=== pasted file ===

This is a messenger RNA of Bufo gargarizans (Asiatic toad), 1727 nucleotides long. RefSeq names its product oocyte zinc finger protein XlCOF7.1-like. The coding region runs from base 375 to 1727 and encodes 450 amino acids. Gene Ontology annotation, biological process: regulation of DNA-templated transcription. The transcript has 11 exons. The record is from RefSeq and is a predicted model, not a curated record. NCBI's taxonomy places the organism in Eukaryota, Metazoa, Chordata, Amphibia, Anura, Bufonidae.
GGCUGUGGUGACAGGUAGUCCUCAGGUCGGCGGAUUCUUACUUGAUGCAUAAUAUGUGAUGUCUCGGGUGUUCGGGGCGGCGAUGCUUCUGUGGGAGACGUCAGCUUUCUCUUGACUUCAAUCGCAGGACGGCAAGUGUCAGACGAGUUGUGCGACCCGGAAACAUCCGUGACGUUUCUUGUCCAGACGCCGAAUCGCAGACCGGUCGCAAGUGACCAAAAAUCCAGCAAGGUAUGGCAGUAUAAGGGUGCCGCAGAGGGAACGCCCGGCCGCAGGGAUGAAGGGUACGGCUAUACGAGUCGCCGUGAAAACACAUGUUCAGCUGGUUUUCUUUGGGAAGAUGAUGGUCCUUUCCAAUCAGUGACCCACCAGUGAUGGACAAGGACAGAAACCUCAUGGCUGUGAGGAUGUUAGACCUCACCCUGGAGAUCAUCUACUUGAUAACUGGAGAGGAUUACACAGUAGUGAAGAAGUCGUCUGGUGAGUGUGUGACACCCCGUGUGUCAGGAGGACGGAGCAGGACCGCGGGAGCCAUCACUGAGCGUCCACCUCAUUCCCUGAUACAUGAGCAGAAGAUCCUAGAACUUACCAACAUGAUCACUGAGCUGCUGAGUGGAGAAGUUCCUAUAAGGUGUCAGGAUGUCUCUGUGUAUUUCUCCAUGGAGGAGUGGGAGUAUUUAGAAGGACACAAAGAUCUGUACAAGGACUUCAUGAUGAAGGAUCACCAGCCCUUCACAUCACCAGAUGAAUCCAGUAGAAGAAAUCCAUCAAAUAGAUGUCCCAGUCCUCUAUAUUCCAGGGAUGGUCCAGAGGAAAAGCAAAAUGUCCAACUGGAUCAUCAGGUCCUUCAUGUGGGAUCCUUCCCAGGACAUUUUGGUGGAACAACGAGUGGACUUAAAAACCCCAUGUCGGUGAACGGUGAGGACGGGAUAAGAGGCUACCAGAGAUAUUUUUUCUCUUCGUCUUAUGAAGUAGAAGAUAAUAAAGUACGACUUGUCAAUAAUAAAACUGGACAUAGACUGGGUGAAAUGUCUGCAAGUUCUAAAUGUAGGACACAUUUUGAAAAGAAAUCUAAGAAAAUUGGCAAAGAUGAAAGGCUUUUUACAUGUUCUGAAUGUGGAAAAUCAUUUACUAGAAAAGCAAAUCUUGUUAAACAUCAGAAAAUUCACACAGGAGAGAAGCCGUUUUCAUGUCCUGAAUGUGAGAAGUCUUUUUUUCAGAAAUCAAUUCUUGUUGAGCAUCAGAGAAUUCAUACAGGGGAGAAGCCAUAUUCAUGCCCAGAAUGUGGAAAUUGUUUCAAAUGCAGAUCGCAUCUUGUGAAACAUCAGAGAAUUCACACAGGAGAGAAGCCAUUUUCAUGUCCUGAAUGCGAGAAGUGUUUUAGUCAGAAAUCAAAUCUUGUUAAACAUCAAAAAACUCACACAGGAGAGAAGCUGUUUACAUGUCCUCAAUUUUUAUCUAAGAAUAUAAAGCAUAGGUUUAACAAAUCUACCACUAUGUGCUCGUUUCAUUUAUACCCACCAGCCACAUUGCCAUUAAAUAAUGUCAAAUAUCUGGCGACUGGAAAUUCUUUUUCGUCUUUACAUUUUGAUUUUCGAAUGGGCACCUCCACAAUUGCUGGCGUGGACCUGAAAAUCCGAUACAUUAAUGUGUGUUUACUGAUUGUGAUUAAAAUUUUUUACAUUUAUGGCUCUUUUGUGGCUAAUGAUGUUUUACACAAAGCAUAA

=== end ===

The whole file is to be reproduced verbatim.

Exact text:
This is a messenger RNA of Bufo gargarizans (Asiatic toad), 1727 nucleotides long. RefSeq names its product oocyte zinc finger protein XlCOF7.1-like. The coding region runs from base 375 to 1727 and encodes 450 amino acids. Gene Ontology annotation, biological process: regulation of DNA-templated transcription. The transcript has 11 exons. The record is from RefSeq and is a predicted model, not a curated record. NCBI's taxonomy places the organism in Eukaryota, Metazoa, Chordata, Amphibia, Anura, Bufonidae.
GGCUGUGGUGACAGGUAGUCCUCAGGUCGGCGGAUUCUUACUUGAUGCAUAAUAUGUGAUGUCUCGGGUGUUCGGGGCGGCGAUGCUUCUGUGGGAGACGUCAGCUUUCUCUUGACUUCAAUCGCAGGACGGCAAGUGUCAGACGAGUUGUGCGACCCGGAAACAUCCGUGACGUUUCUUGUCCAGACGCCGAAUCGCAGACCGGUCGCAAGUGACCAAAAAUCCAGCAAGGUAUGGCAGUAUAAGGGUGCCGCAGAGGGAACGCCCGGCCGCAGGGAUGAAGGGUACGGCUAUACGAGUCGCCGUGAAAACACAUGUUCAGCUGGUUUUCUUUGGGAAGAUGAUGGUCCUUUCCAAUCAGUGACCCACCAGUGAUGGACAAGGACAGAAACCUCAUGGCUGUGAGGAUGUUAGACCUCACCCUGGAGAUCAUCUACUUGAUAACUGGAGAGGAUUACACAGUAGUGAAGAAGUCGUCUGGUGAGUGUGUGACACCCCGUGUGUCAGGAGGACGGAGCAGGACCGCGGGAGCCAUCACUGAGCGUCCACCUCAUUCCCUGAUACAUGAGCAGAAGAUCCUAGAACUUACCAACAUGAUCACUGAGCUGCUGAGUGGAGAAGUUCCUAUAAGGUGUCAGGAUGUCUCUGUGUAUUUCUCCAUGGAGGAGUGGGAGUAUUUAGAAGGACACAAAGAUCUGUACAAGGACUUCAUGAUGAAGGAUCACCAGCCCUUCACAUCACCAGAUGAAUCCAGUAGAAGAAAUCCAUCAAAUAGAUGUCCCAGUCCUCUAUAUUCCAGGGAUGGUCCAGAGGAAAAGCAAAAUGUCCAACUGGAUCAUCAGGUCCUUCAUGUGGGAUCCUUCCCAGGACAUUUUGGUGGAACAACGAGUGGACUUAAAAACCCCAUGUCGGUGAACGGUGAGGACGGGAUAAGAGGCUACCAGAGAUAUUUUUUCUCUUCGUCUUAUGAAGUAGAAGAUAAUAAAGUACGACUUGUCAAUAAUAAAACUGGACAUAGACUGGGUGAAAUGUCUGCAAGUUCUAAAUGUAGGACACAUUUUGAAAAGAAAUCUAAGAAAAUUGGCAAAGAUGAAAGGCUUUUUACAUGUUCUGAAUGUGGAAAAUCAUUUACUAGAAAAGCAAAUCUUGUUAAACAUCAGAAAAUUCACACAGGAGAGAAGCCGUUUUCAUGUCCUGAAUGUGAGAAGUCUUUUUUUCAGAAAUCAAUUCUUGUUGAGCAUCAGAGAAUUCAUACAGGGGAGAAGCCAUAUUCAUGCCCAGAAUGUGGAAAUUGUUUCAAAUGCAGAUCGCAUCUUGUGAAACAUCAGAGAAUUCACACAGGAGAGAAGCCAUUUUCAUGUCCUGAAUGCGAGAAGUGUUUUAGUCAGAAAUCAAAUCUUGUUAAACAUCAAAAAACUCACACAGGAGAGAAGCUGUUUACAUGUCCUCAAUUUUUAUCUAAGAAUAUAAAGCAUAGGUUUAACAAAUCUACCACUAUGUGCUCGUUUCAUUUAUACCCACCAGCCACAUUGCCAUUAAAUAAUGUCAAAUAUCUGGCGACUGGAAAUUCUUUUUCGUCUUUACAUUUUGAUUUUCGAAUGGGCACCUCCACAAUUGCUGGCGUGGACCUGAAAAUCCGAUACAUUAAUGUGUGUUUACUGAUUGUGAUUAAAAUUUUUUACAUUUAUGGCUCUUUUGUGGCUAAUGAUGUUUUACACAAAGCAUAA